### In a parallelogram $ABCD$, the bisectors of $\angle A$ and $\angle B$ intersect at $S$, $\angle B$ and $\angle C$ at $R$, $\angle C$ and $\angle D$ at $Q$ and $\angle D$ and $\angle A$ at $P$. What kind of a quadrilateral is $PQRS$?

$Rectangle$

Step by Step Explanation:
1. The situation given in the question is represented by the figure below.
2. We are given that $ABCD$ is a parallelogram. $$\implies DC \parallel AB$$ Also, as the adjacent angles of a parallelogram are supplementary, we have \begin{aligned} & \angle A + \angle D = 180^\circ \\ \implies & \dfrac { 1 } { 2 } \angle A + \dfrac { 1 } { 2 } \angle D = 90^\circ \\ \implies & \angle PAD + \angle ADP = 90^\circ \\ \implies & \angle APD = 90^\circ && \text{[Sum of angles of a triangle is } 180^\circ.] \\ \implies & \angle SPQ = 90^\circ && \text{[Vertically opposite angles.]} \end{aligned} Similarly, $\angle PQR = 90^\circ, \angle QRS = 90^\circ,$ and $\angle PSR = 90^\circ$.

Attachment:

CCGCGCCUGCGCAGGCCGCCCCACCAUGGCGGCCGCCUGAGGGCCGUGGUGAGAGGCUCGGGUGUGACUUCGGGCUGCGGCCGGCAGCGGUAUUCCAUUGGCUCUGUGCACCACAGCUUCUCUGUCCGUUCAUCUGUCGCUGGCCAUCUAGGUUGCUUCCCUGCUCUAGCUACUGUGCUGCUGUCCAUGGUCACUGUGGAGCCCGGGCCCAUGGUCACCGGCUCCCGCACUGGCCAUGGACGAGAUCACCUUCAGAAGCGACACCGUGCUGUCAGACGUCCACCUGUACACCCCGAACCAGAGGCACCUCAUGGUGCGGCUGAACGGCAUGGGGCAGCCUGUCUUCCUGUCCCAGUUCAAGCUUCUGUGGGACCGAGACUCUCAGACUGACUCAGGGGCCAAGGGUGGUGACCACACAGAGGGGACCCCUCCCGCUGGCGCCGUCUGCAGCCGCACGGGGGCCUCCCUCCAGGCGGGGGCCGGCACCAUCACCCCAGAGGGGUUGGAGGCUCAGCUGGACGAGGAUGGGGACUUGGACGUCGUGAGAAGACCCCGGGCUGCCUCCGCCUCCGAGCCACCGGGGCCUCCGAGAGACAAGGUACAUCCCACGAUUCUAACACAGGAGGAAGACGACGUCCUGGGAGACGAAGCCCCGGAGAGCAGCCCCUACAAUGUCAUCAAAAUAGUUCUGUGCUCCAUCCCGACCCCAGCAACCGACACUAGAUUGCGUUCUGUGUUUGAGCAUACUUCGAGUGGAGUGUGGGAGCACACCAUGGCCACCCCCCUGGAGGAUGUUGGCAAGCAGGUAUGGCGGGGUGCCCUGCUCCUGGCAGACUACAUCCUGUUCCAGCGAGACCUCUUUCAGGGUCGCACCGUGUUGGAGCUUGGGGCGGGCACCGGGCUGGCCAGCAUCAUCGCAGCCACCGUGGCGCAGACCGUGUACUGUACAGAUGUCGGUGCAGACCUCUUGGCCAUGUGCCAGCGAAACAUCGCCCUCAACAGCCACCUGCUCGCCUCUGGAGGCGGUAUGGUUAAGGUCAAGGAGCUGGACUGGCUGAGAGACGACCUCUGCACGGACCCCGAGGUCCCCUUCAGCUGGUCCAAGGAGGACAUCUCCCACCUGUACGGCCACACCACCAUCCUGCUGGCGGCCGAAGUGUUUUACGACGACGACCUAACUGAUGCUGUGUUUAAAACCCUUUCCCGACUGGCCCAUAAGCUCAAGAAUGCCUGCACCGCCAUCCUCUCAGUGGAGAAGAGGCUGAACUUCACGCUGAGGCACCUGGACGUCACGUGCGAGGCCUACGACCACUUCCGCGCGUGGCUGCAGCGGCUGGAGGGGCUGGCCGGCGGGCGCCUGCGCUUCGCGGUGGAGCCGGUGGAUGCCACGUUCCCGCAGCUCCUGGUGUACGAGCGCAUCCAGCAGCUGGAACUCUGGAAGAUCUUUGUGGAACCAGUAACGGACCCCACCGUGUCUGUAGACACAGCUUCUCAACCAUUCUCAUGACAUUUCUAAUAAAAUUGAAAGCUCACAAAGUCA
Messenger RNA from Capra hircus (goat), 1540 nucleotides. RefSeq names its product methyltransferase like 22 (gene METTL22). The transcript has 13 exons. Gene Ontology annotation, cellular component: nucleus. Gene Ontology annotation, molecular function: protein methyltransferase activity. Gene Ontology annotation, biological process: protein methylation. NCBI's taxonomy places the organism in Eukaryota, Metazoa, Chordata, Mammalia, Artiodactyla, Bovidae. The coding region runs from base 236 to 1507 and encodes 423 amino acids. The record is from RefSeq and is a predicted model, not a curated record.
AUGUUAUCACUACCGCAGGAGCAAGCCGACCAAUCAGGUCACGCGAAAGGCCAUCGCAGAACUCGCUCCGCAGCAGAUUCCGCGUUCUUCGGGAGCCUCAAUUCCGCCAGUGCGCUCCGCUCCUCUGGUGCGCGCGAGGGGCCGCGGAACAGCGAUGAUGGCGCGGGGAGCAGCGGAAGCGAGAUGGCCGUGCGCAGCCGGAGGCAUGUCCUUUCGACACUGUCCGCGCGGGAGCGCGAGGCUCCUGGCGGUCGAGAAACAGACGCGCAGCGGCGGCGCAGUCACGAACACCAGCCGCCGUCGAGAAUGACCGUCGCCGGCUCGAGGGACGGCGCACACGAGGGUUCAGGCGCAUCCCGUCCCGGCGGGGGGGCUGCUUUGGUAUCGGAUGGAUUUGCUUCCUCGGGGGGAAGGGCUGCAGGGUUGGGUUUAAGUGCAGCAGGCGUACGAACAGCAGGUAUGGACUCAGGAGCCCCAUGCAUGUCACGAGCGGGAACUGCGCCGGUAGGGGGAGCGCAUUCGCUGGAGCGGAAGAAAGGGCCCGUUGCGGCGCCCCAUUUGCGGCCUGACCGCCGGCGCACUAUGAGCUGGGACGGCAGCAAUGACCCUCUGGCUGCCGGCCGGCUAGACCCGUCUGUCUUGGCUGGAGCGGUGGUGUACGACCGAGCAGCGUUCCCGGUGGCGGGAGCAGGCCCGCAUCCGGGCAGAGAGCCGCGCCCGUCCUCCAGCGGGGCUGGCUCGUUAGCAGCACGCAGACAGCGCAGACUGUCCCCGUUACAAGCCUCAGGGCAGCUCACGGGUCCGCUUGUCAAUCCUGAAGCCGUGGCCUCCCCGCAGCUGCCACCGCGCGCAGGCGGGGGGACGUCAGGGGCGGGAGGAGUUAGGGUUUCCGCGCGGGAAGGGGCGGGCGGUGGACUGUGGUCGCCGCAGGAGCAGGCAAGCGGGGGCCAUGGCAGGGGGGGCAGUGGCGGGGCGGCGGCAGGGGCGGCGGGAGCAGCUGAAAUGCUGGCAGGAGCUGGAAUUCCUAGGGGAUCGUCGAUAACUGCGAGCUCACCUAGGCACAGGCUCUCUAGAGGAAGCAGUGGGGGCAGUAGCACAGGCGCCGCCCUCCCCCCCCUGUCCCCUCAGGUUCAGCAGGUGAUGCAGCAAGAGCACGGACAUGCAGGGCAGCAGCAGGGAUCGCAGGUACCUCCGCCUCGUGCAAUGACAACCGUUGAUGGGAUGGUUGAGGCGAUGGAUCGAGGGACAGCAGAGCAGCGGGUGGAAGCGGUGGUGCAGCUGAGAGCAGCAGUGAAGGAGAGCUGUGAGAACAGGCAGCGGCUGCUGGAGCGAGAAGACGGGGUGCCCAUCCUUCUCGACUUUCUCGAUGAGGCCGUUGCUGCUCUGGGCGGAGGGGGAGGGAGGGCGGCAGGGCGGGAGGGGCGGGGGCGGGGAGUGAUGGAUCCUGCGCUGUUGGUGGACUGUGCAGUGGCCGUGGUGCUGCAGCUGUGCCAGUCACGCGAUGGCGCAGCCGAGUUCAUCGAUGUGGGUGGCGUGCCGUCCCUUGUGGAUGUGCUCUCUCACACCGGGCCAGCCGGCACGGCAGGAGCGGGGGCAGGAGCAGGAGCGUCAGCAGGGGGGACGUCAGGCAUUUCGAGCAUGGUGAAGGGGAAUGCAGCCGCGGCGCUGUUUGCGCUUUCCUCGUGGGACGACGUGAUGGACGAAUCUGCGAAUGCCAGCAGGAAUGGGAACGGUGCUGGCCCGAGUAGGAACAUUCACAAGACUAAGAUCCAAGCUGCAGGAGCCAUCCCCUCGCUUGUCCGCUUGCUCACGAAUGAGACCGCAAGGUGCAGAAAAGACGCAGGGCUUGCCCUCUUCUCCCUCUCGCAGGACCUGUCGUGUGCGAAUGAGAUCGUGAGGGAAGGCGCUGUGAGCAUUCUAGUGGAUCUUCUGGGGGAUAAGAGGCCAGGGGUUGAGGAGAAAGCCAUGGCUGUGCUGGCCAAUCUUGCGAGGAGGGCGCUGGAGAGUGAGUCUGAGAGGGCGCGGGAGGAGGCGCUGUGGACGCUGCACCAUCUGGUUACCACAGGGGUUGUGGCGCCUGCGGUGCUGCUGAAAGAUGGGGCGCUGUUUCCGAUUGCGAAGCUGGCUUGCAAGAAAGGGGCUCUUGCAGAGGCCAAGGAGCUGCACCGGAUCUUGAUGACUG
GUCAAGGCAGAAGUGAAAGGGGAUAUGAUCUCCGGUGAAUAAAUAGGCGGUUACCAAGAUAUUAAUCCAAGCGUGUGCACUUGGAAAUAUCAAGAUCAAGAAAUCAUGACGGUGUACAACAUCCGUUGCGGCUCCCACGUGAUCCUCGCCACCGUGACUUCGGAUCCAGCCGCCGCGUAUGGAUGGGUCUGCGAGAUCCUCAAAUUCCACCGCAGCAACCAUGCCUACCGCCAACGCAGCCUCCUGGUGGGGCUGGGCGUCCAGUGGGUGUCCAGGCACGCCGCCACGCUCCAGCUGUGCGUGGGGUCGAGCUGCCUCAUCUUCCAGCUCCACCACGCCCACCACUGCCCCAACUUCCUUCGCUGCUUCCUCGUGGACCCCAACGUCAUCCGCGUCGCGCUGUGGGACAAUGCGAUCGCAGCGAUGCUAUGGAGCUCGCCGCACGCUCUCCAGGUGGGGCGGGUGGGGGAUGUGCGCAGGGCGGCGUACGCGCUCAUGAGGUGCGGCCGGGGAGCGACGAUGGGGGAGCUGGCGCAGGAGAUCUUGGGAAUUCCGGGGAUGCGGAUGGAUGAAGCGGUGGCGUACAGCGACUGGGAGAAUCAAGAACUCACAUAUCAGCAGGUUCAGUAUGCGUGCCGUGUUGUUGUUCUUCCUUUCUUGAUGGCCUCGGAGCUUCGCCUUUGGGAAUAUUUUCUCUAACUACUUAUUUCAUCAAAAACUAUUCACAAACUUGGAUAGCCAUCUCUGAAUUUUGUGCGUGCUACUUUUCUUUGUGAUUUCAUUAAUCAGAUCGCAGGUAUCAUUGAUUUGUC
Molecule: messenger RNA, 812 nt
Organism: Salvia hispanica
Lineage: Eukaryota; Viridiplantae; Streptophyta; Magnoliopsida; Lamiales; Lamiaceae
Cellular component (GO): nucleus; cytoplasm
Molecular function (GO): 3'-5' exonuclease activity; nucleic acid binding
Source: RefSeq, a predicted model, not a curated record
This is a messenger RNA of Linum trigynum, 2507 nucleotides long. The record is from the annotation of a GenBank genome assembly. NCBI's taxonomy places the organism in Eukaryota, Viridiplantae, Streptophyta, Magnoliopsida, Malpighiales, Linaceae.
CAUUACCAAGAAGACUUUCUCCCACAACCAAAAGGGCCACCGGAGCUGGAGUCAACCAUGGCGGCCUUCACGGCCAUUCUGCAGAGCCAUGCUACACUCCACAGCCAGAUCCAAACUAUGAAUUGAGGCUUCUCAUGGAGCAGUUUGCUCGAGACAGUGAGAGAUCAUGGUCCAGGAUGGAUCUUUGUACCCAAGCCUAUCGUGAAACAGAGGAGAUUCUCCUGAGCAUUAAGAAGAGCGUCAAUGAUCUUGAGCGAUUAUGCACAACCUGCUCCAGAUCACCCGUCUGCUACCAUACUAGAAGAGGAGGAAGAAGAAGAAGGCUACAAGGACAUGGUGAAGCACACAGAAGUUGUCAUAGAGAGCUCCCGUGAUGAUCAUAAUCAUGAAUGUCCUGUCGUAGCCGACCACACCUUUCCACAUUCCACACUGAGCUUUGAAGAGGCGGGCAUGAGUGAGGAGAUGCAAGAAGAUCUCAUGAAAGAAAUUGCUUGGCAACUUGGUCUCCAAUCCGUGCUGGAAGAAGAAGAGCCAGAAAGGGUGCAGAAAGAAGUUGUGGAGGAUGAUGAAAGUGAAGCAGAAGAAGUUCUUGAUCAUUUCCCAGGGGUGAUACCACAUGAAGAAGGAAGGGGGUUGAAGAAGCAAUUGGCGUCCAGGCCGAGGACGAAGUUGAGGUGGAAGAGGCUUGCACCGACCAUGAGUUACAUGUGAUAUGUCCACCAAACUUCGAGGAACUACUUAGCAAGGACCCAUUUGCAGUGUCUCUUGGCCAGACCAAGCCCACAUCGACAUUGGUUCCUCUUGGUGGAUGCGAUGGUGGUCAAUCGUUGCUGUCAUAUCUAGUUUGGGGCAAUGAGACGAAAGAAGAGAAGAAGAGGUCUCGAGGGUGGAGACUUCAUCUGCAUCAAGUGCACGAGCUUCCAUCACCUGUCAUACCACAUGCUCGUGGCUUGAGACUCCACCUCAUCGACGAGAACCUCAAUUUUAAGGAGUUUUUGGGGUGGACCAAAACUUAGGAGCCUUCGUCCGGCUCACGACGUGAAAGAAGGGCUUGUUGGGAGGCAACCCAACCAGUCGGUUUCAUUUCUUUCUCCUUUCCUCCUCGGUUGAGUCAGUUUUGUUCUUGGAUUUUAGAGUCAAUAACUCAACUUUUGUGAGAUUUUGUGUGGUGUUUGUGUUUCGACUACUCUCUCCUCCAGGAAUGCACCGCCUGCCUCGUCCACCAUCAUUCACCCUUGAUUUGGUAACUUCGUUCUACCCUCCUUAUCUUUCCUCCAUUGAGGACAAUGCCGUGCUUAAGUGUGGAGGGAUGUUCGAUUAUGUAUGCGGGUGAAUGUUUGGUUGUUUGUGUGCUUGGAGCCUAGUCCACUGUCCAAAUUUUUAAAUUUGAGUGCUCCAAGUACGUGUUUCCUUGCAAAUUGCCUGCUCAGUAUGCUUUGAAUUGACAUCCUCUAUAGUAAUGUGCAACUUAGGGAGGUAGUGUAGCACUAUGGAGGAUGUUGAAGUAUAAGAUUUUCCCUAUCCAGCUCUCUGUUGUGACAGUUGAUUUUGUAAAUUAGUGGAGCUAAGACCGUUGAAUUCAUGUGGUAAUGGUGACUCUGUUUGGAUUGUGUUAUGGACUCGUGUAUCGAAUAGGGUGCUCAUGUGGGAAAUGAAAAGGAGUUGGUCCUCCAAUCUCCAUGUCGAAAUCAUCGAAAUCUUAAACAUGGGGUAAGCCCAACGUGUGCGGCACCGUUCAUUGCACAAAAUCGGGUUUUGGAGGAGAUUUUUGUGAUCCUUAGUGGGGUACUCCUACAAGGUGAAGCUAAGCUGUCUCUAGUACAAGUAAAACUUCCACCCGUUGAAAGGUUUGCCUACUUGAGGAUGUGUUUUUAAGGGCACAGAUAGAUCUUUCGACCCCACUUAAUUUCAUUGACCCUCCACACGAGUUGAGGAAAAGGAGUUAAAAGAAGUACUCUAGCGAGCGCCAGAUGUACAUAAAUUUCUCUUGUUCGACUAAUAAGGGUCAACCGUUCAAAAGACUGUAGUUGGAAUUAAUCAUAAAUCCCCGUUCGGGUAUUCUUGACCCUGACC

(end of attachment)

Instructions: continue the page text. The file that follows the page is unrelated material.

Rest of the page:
Thus, $PQRS$ is a quadrilateral each of whose angles is $90^\circ$.
Hence, $PQRS$ is a $rectangle$.